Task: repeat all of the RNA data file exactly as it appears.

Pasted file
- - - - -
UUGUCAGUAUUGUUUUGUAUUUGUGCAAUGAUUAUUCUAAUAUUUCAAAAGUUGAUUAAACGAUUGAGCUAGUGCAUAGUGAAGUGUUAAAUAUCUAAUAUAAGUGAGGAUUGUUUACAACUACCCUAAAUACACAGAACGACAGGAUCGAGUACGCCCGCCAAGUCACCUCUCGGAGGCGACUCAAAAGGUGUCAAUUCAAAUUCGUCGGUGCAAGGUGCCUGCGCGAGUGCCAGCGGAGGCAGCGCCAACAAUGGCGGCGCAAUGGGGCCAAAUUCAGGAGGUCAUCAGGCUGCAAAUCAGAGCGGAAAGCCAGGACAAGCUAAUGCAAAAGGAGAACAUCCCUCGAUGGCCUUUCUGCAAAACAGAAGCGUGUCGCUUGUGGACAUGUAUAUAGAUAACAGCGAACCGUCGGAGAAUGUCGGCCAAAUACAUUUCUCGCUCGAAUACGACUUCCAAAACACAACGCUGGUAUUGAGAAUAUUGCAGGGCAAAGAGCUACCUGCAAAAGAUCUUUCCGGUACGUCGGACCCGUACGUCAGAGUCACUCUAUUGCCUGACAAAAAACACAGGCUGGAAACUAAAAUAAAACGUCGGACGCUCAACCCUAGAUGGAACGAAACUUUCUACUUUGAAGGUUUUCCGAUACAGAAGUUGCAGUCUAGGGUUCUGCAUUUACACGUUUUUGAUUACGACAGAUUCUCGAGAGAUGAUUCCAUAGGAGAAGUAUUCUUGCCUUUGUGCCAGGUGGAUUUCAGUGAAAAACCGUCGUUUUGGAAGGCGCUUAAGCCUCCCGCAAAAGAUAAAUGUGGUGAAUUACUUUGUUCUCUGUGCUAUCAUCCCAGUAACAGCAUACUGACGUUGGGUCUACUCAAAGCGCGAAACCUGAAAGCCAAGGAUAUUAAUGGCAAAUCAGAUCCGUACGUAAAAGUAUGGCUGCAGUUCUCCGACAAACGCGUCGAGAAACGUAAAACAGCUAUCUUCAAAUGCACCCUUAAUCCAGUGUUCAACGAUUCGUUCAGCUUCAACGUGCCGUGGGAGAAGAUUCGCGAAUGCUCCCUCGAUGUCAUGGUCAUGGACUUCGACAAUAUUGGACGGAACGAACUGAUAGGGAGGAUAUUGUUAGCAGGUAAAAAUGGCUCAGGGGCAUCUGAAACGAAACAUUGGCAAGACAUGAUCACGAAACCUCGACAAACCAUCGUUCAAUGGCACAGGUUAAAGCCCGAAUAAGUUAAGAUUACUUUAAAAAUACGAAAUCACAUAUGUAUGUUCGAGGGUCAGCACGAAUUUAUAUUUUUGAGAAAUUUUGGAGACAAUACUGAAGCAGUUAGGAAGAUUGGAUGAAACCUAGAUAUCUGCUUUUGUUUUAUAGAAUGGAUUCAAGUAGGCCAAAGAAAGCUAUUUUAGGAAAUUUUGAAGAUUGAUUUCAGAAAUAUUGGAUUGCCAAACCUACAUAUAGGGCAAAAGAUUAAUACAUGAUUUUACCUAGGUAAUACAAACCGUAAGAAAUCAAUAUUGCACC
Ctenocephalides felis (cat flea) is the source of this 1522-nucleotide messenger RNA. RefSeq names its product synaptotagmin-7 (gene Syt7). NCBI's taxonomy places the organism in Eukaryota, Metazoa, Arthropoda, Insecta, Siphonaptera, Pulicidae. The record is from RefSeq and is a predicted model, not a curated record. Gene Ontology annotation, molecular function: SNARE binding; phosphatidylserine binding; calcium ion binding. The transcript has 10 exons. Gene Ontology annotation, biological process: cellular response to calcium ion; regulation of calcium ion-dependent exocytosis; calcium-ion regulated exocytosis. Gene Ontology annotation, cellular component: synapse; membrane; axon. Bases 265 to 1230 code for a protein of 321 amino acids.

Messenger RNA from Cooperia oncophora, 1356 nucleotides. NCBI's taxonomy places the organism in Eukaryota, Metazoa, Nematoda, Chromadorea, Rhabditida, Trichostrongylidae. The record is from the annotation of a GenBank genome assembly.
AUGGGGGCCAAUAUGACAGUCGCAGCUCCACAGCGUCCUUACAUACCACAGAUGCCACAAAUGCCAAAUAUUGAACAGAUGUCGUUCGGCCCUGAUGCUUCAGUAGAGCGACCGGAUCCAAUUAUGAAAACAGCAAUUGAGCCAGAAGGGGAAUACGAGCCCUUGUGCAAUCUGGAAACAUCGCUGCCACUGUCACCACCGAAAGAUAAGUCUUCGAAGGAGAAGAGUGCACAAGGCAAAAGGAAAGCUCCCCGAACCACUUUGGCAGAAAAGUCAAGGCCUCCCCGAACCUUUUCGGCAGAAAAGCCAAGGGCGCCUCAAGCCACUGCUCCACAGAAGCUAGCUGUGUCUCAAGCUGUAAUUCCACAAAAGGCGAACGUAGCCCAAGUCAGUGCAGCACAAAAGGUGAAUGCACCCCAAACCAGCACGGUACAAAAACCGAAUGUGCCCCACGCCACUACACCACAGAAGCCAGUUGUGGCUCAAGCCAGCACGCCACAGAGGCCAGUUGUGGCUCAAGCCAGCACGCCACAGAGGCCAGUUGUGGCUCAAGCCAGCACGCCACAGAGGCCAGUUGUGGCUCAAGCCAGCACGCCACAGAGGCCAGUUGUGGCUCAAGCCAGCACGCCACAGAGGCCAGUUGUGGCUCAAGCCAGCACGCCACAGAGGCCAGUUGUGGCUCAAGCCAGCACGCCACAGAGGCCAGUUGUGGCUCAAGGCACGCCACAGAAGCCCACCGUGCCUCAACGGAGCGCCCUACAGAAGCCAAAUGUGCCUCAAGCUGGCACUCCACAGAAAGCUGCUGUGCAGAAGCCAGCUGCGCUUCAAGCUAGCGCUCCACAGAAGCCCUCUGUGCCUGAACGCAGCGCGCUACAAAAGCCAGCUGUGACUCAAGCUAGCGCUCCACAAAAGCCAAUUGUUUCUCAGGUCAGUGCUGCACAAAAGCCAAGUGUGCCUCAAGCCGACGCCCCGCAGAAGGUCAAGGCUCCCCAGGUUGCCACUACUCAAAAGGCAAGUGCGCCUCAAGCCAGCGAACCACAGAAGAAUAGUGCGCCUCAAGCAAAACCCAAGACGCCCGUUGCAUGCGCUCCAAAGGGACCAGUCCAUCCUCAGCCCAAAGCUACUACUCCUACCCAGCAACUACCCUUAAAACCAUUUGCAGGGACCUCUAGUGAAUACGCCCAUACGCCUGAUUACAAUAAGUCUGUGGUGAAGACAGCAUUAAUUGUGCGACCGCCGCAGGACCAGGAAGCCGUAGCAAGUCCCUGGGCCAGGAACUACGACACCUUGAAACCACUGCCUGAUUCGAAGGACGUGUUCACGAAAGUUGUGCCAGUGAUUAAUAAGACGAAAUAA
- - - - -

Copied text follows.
UUGUCAGUAUUGUUUUGUAUUUGUGCAAUGAUUAUUCUAAUAUUUCAAAAGUUGAUUAAACGAUUGAGCUAGUGCAUAGUGAAGUGUUAAAUAUCUAAUAUAAGUGAGGAUUGUUUACAACUACCCUAAAUACACAGAACGACAGGAUCGAGUACGCCCGCCAAGUCACCUCUCGGAGGCGACUCAAAAGGUGUCAAUUCAAAUUCGUCGGUGCAAGGUGCCUGCGCGAGUGCCAGCGGAGGCAGCGCCAACAAUGGCGGCGCAAUGGGGCCAAAUUCAGGAGGUCAUCAGGCUGCAAAUCAGAGCGGAAAGCCAGGACAAGCUAAUGCAAAAGGAGAACAUCCCUCGAUGGCCUUUCUGCAAAACAGAAGCGUGUCGCUUGUGGACAUGUAUAUAGAUAACAGCGAACCGUCGGAGAAUGUCGGCCAAAUACAUUUCUCGCUCGAAUACGACUUCCAAAACACAACGCUGGUAUUGAGAAUAUUGCAGGGCAAAGAGCUACCUGCAAAAGAUCUUUCCGGUACGUCGGACCCGUACGUCAGAGUCACUCUAUUGCCUGACAAAAAACACAGGCUGGAAACUAAAAUAAAACGUCGGACGCUCAACCCUAGAUGGAACGAAACUUUCUACUUUGAAGGUUUUCCGAUACAGAAGUUGCAGUCUAGGGUUCUGCAUUUACACGUUUUUGAUUACGACAGAUUCUCGAGAGAUGAUUCCAUAGGAGAAGUAUUCUUGCCUUUGUGCCAGGUGGAUUUCAGUGAAAAACCGUCGUUUUGGAAGGCGCUUAAGCCUCCCGCAAAAGAUAAAUGUGGUGAAUUACUUUGUUCUCUGUGCUAUCAUCCCAGUAACAGCAUACUGACGUUGGGUCUACUCAAAGCGCGAAACCUGAAAGCCAAGGAUAUUAAUGGCAAAUCAGAUCCGUACGUAAAAGUAUGGCUGCAGUUCUCCGACAAACGCGUCGAGAAACGUAAAACAGCUAUCUUCAAAUGCACCCUUAAUCCAGUGUUCAACGAUUCGUUCAGCUUCAACGUGCCGUGGGAGAAGAUUCGCGAAUGCUCCCUCGAUGUCAUGGUCAUGGACUUCGACAAUAUUGGACGGAACGAACUGAUAGGGAGGAUAUUGUUAGCAGGUAAAAAUGGCUCAGGGGCAUCUGAAACGAAACAUUGGCAAGACAUGAUCACGAAACCUCGACAAACCAUCGUUCAAUGGCACAGGUUAAAGCCCGAAUAAGUUAAGAUUACUUUAAAAAUACGAAAUCACAUAUGUAUGUUCGAGGGUCAGCACGAAUUUAUAUUUUUGAGAAAUUUUGGAGACAAUACUGAAGCAGUUAGGAAGAUUGGAUGAAACCUAGAUAUCUGCUUUUGUUUUAUAGAAUGGAUUCAAGUAGGCCAAAGAAAGCUAUUUUAGGAAAUUUUGAAGAUUGAUUUCAGAAAUAUUGGAUUGCCAAACCUACAUAUAGGGCAAAAGAUUAAUACAUGAUUUUACCUAGGUAAUACAAACCGUAAGAAAUCAAUAUUGCACC
Ctenocephalides felis (cat flea) is the source of this 1522-nucleotide messenger RNA. RefSeq names its product synaptotagmin-7 (gene Syt7). NCBI's taxonomy places the organism in Eukaryota, Metazoa, Arthropoda, Insecta, Siphonaptera, Pulicidae. The record is from RefSeq and is a predicted model, not a curated record. Gene Ontology annotation, molecular function: SNARE binding; phosphatidylserine binding; calcium ion binding. The transcript has 10 exons. Gene Ontology annotation, biological process: cellular response to calcium ion; regulation of calcium ion-dependent exocytosis; calcium-ion regulated exocytosis. Gene Ontology annotation, cellular component: synapse; membrane; axon. Bases 265 to 1230 code for a protein of 321 amino acids.

Messenger RNA from Cooperia oncophora, 1356 nucleotides. NCBI's taxonomy places the organism in Eukaryota, Metazoa, Nematoda, Chromadorea, Rhabditida, Trichostrongylidae. The record is from the annotation of a GenBank genome assembly.
AUGGGGGCCAAUAUGACAGUCGCAGCUCCACAGCGUCCUUACAUACCACAGAUGCCACAAAUGCCAAAUAUUGAACAGAUGUCGUUCGGCCCUGAUGCUUCAGUAGAGCGACCGGAUCCAAUUAUGAAAACAGCAAUUGAGCCAGAAGGGGAAUACGAGCCCUUGUGCAAUCUGGAAACAUCGCUGCCACUGUCACCACCGAAAGAUAAGUCUUCGAAGGAGAAGAGUGCACAAGGCAAAAGGAAAGCUCCCCGAACCACUUUGGCAGAAAAGUCAAGGCCUCCCCGAACCUUUUCGGCAGAAAAGCCAAGGGCGCCUCAAGCCACUGCUCCACAGAAGCUAGCUGUGUCUCAAGCUGUAAUUCCACAAAAGGCGAACGUAGCCCAAGUCAGUGCAGCACAAAAGGUGAAUGCACCCCAAACCAGCACGGUACAAAAACCGAAUGUGCCCCACGCCACUACACCACAGAAGCCAGUUGUGGCUCAAGCCAGCACGCCACAGAGGCCAGUUGUGGCUCAAGCCAGCACGCCACAGAGGCCAGUUGUGGCUCAAGCCAGCACGCCACAGAGGCCAGUUGUGGCUCAAGCCAGCACGCCACAGAGGCCAGUUGUGGCUCAAGCCAGCACGCCACAGAGGCCAGUUGUGGCUCAAGCCAGCACGCCACAGAGGCCAGUUGUGGCUCAAGCCAGCACGCCACAGAGGCCAGUUGUGGCUCAAGGCACGCCACAGAAGCCCACCGUGCCUCAACGGAGCGCCCUACAGAAGCCAAAUGUGCCUCAAGCUGGCACUCCACAGAAAGCUGCUGUGCAGAAGCCAGCUGCGCUUCAAGCUAGCGCUCCACAGAAGCCCUCUGUGCCUGAACGCAGCGCGCUACAAAAGCCAGCUGUGACUCAAGCUAGCGCUCCACAAAAGCCAAUUGUUUCUCAGGUCAGUGCUGCACAAAAGCCAAGUGUGCCUCAAGCCGACGCCCCGCAGAAGGUCAAGGCUCCCCAGGUUGCCACUACUCAAAAGGCAAGUGCGCCUCAAGCCAGCGAACCACAGAAGAAUAGUGCGCCUCAAGCAAAACCCAAGACGCCCGUUGCAUGCGCUCCAAAGGGACCAGUCCAUCCUCAGCCCAAAGCUACUACUCCUACCCAGCAACUACCCUUAAAACCAUUUGCAGGGACCUCUAGUGAAUACGCCCAUACGCCUGAUUACAAUAAGUCUGUGGUGAAGACAGCAUUAAUUGUGCGACCGCCGCAGGACCAGGAAGCCGUAGCAAGUCCCUGGGCCAGGAACUACGACACCUUGAAACCACUGCCUGAUUCGAAGGACGUGUUCACGAAAGUUGUGCCAGUGAUUAAUAAGACGAAAUAA